A take is what consumers connect to—they can identify emotionally with your principles, story, and outlook. This is especially important when establishing a new market: You must give consumers a story and identity to hold on to; otherwise, you won’t establish your company as important and different in consumers’ minds. Importantly, this take must help change consumers’ mindsets so they embrace your new solution to the old or new problem.

Quotes From Positioning

TITLE: Positioning
AUTHOR: Al Ries and Jack Trout
TIME: 14
IMG_URL: https://www.shortform.com/blog/wp-content/uploads/2021/10/positioning-cover.png
BOOK_SUMMARYURL: positioning-summary-al-ries-and-jack-trout

“The essence of positioning is sacrifice.”

To become a market leader, you become the first to occupy the leading position in your chosen market. To do so, find (or create) a niche in which you can be the first to make a credible claim of market leadership. With this quote about marketing strategy, Ries and Trout warn that this often involves sacrificing your product’s appeal to the general market in order to appeal directly to a target niche where you can be the first to claim the leadership position.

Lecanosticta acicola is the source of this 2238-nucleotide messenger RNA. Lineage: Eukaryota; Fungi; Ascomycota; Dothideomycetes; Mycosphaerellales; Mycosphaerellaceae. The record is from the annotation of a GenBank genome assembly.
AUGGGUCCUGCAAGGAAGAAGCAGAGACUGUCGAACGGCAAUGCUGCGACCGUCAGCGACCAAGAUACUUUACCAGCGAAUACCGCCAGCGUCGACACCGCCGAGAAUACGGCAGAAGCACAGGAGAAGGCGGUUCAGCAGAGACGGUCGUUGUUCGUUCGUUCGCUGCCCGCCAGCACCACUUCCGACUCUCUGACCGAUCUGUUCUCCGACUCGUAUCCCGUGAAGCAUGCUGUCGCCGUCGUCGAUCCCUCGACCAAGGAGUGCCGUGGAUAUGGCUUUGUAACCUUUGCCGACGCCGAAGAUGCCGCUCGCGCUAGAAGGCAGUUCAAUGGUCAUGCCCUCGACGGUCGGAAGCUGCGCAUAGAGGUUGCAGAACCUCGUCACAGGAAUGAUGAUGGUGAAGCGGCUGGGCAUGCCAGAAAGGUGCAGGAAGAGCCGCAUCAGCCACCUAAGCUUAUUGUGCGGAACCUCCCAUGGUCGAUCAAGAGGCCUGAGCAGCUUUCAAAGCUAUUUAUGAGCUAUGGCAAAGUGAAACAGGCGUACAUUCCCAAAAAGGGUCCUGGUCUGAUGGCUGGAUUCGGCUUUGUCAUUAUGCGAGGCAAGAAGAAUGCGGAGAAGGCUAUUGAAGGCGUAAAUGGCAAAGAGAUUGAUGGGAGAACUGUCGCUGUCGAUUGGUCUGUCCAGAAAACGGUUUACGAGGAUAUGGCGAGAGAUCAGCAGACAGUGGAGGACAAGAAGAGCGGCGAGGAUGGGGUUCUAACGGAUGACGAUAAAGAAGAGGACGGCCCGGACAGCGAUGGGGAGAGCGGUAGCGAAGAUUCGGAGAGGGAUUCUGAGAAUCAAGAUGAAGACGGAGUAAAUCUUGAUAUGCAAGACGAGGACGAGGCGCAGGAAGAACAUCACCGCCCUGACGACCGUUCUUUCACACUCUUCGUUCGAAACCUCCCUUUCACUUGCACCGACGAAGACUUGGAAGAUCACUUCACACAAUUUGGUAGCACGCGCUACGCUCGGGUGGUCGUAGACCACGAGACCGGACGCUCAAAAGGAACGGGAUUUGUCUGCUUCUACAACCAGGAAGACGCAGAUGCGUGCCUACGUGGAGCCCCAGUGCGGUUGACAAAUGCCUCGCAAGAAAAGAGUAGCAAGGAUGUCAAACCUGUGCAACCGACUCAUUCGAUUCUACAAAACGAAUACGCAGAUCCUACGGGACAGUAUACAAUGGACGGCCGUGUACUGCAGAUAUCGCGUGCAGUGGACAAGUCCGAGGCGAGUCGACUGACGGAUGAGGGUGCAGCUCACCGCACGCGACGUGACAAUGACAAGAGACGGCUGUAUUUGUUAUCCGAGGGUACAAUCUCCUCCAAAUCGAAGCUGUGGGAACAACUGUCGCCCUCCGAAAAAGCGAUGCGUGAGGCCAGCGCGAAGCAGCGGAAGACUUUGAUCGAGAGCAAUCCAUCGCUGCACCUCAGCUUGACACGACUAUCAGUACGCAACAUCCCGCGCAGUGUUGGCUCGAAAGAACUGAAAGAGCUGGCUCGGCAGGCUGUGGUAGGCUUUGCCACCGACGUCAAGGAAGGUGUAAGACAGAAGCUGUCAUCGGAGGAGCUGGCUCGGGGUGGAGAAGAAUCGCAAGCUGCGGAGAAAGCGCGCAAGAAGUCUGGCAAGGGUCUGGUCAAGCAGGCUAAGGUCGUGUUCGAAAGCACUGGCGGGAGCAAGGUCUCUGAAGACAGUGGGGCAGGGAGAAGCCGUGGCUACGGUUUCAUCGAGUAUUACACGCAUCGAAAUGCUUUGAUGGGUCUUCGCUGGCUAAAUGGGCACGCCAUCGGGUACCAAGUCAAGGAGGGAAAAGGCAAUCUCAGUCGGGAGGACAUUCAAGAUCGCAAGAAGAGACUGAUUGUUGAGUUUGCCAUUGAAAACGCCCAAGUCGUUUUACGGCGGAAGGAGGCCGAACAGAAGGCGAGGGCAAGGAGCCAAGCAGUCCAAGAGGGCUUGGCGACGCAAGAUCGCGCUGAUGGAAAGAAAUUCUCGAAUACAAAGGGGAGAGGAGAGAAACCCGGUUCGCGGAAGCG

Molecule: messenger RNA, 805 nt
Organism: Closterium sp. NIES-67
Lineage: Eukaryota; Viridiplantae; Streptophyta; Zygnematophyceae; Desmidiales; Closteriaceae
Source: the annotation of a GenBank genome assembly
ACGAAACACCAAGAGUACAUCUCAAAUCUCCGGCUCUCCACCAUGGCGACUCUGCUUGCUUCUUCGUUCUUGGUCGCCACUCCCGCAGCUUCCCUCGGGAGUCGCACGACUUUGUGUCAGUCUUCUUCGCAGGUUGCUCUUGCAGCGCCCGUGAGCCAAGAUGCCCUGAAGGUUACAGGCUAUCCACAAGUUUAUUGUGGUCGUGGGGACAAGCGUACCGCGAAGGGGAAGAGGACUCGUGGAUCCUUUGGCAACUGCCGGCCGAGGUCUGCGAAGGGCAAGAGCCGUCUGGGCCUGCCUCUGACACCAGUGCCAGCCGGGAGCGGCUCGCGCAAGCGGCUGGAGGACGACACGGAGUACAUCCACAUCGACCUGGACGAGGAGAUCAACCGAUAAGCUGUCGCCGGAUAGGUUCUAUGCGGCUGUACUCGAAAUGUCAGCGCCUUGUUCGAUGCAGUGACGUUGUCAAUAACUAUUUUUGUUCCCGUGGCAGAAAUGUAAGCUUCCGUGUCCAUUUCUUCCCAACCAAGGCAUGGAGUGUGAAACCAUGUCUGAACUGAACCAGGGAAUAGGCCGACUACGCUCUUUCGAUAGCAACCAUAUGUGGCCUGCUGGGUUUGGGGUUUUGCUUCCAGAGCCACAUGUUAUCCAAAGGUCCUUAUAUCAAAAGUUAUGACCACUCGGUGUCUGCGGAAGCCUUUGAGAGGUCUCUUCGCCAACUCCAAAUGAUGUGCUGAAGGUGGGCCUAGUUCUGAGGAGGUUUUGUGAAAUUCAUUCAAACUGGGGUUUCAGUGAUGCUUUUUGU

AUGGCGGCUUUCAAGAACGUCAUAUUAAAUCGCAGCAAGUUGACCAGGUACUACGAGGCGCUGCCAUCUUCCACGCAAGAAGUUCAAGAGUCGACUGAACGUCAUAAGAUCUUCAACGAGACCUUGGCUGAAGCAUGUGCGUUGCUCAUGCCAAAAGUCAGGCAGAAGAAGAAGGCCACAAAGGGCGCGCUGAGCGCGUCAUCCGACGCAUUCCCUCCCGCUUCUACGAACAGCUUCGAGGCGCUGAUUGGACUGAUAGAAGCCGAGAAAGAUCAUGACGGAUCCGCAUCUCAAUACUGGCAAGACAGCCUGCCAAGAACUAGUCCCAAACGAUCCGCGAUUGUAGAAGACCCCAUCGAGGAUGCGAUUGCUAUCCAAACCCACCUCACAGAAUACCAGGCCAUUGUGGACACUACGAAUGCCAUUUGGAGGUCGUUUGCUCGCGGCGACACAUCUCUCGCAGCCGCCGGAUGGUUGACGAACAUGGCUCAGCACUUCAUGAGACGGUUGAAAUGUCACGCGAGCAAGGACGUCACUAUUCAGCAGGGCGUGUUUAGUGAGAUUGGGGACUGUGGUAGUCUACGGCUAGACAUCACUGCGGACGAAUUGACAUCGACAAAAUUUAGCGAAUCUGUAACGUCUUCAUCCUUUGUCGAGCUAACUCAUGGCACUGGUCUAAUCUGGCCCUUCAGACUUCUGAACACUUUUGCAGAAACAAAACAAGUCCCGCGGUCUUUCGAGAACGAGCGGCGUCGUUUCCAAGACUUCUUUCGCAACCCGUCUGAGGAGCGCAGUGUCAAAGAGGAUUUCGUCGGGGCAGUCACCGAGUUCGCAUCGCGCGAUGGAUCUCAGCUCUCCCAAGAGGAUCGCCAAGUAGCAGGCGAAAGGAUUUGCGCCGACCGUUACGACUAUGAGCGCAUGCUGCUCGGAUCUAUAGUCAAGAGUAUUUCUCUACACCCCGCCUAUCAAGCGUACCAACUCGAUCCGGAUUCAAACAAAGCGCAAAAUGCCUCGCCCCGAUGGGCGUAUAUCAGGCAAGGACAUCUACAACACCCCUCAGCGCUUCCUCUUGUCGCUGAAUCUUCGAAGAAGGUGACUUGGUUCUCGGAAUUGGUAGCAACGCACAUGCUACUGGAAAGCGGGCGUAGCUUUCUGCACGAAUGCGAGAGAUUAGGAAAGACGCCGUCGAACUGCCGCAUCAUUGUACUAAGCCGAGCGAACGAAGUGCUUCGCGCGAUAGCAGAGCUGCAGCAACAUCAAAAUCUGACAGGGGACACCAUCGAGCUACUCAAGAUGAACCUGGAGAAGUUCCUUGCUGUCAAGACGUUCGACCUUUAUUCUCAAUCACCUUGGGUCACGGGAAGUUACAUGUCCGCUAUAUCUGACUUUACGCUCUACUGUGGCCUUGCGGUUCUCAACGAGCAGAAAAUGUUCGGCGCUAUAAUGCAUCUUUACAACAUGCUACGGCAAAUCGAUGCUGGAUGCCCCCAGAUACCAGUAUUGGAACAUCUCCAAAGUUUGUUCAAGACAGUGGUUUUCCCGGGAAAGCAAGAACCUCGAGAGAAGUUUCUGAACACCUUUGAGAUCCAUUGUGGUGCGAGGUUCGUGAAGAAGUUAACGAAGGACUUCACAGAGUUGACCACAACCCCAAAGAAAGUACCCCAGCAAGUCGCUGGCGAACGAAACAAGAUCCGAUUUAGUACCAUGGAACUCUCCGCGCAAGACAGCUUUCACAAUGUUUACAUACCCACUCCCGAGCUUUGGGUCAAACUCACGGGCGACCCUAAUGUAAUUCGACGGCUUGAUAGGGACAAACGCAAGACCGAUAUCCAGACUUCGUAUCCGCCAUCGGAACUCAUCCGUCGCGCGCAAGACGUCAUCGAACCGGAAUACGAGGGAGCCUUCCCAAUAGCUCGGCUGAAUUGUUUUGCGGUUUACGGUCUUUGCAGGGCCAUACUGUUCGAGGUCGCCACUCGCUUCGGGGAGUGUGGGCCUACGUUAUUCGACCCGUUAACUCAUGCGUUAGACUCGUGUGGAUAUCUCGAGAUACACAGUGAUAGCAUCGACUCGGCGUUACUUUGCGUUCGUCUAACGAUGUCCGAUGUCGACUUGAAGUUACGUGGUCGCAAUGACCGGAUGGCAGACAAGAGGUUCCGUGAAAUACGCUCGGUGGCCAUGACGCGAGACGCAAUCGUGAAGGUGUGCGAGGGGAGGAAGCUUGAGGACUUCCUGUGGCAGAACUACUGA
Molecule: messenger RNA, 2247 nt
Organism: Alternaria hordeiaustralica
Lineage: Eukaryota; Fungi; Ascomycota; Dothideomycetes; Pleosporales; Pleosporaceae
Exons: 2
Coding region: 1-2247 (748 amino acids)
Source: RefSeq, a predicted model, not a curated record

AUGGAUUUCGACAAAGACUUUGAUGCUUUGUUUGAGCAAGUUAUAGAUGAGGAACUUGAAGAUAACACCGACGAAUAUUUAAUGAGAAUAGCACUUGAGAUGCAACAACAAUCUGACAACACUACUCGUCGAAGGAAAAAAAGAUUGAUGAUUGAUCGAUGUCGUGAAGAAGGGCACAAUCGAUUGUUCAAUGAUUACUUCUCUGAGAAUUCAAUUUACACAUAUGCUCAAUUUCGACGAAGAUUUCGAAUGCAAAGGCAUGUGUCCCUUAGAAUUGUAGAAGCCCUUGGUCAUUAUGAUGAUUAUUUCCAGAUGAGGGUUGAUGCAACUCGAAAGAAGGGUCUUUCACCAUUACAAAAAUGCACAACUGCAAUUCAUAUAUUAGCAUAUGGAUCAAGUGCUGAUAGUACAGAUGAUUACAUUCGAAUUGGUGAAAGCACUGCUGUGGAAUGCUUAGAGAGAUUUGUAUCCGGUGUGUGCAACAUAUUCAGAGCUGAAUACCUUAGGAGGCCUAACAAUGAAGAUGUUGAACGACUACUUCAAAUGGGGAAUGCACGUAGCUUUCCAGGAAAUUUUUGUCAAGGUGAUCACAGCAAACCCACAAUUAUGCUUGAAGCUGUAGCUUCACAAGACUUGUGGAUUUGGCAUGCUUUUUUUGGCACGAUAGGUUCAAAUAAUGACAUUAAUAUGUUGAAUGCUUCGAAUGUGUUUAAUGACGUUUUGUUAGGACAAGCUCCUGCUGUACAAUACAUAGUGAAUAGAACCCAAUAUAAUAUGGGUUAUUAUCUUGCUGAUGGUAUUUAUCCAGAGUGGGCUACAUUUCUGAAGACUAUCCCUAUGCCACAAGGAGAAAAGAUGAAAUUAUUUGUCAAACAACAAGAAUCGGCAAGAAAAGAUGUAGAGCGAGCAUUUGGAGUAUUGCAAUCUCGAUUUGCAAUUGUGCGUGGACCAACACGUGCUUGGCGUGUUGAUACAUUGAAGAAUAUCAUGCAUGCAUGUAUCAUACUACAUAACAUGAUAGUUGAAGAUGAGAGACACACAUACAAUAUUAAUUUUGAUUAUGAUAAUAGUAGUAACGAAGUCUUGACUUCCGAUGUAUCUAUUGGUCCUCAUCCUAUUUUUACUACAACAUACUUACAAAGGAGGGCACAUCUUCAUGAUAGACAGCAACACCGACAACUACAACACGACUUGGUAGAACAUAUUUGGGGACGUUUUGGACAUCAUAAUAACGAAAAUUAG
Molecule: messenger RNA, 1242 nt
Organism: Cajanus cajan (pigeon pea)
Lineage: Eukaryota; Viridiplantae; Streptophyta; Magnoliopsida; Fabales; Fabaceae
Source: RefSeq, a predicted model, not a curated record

Ries and Trout offer a number of suggestions to help you find an open niche by adjusting different aspects of your product or advertising to stand out from the crowd (e.g., size, price, distribution).

“Positioning is not what you do to a product. Positioning is what you do to the mind of the prospect.

According to Ries and Trout, “positioning” is getting your prospective customers to view your product in a certain way relative to competing products and the general market landscape. The “position” of a product is its basic identity in the mind of potential consumers in contrast to other products.

For example, when you think of a Ferrari, you think of an expensive, high-end sports car. When you think of a Corvette, you think of an iconic sports car that’s still expensive, but more affordable than a Ferrari. These mental images are the “positions” that Ferrari and Corvette occupy in your mind.

Quotes From Purple Cow

TITLE: Purple Cow
AUTHOR: Seth Godin
TIME: 16
READS: 105.8
IMG_URL: https://www.shortform.com/blog/wp-content/uploads/2020/11/purple-cow-cover.png
BOOK_SUMMARYURL: purple-cow-summary-seth-godin

“Measurement is the key to success.”